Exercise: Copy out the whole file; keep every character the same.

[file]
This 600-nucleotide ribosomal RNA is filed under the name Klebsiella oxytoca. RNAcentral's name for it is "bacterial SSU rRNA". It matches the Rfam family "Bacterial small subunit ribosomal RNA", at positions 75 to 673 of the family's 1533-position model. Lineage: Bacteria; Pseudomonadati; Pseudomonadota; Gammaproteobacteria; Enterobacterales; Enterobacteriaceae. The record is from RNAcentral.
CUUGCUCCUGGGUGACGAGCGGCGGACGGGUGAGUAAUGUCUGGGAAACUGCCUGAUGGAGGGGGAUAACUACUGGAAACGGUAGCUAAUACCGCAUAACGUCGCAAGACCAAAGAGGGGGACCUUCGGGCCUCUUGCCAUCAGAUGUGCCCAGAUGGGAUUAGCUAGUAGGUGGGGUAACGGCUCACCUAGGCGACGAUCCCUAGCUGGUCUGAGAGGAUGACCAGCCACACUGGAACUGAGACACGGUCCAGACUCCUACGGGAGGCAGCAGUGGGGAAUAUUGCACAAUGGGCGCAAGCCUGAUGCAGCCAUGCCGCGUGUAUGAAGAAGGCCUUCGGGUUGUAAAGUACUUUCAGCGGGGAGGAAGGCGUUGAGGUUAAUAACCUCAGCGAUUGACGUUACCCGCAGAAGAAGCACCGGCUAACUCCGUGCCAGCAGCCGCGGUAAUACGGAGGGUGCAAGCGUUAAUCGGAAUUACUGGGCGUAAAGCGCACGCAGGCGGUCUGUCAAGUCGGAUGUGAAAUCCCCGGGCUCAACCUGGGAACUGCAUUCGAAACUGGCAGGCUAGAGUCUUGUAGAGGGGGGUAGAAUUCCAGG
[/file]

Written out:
This 600-nucleotide ribosomal RNA is filed under the name Klebsiella oxytoca. RNAcentral's name for it is "bacterial SSU rRNA". It matches the Rfam family "Bacterial small subunit ribosomal RNA", at positions 75 to 673 of the family's 1533-position model. Lineage: Bacteria; Pseudomonadati; Pseudomonadota; Gammaproteobacteria; Enterobacterales; Enterobacteriaceae. The record is from RNAcentral.
CUUGCUCCUGGGUGACGAGCGGCGGACGGGUGAGUAAUGUCUGGGAAACUGCCUGAUGGAGGGGGAUAACUACUGGAAACGGUAGCUAAUACCGCAUAACGUCGCAAGACCAAAGAGGGGGACCUUCGGGCCUCUUGCCAUCAGAUGUGCCCAGAUGGGAUUAGCUAGUAGGUGGGGUAACGGCUCACCUAGGCGACGAUCCCUAGCUGGUCUGAGAGGAUGACCAGCCACACUGGAACUGAGACACGGUCCAGACUCCUACGGGAGGCAGCAGUGGGGAAUAUUGCACAAUGGGCGCAAGCCUGAUGCAGCCAUGCCGCGUGUAUGAAGAAGGCCUUCGGGUUGUAAAGUACUUUCAGCGGGGAGGAAGGCGUUGAGGUUAAUAACCUCAGCGAUUGACGUUACCCGCAGAAGAAGCACCGGCUAACUCCGUGCCAGCAGCCGCGGUAAUACGGAGGGUGCAAGCGUUAAUCGGAAUUACUGGGCGUAAAGCGCACGCAGGCGGUCUGUCAAGUCGGAUGUGAAAUCCCCGGGCUCAACCUGGGAACUGCAUUCGAAACUGGCAGGCUAGAGUCUUGUAGAGGGGGGUAGAAUUCCAGG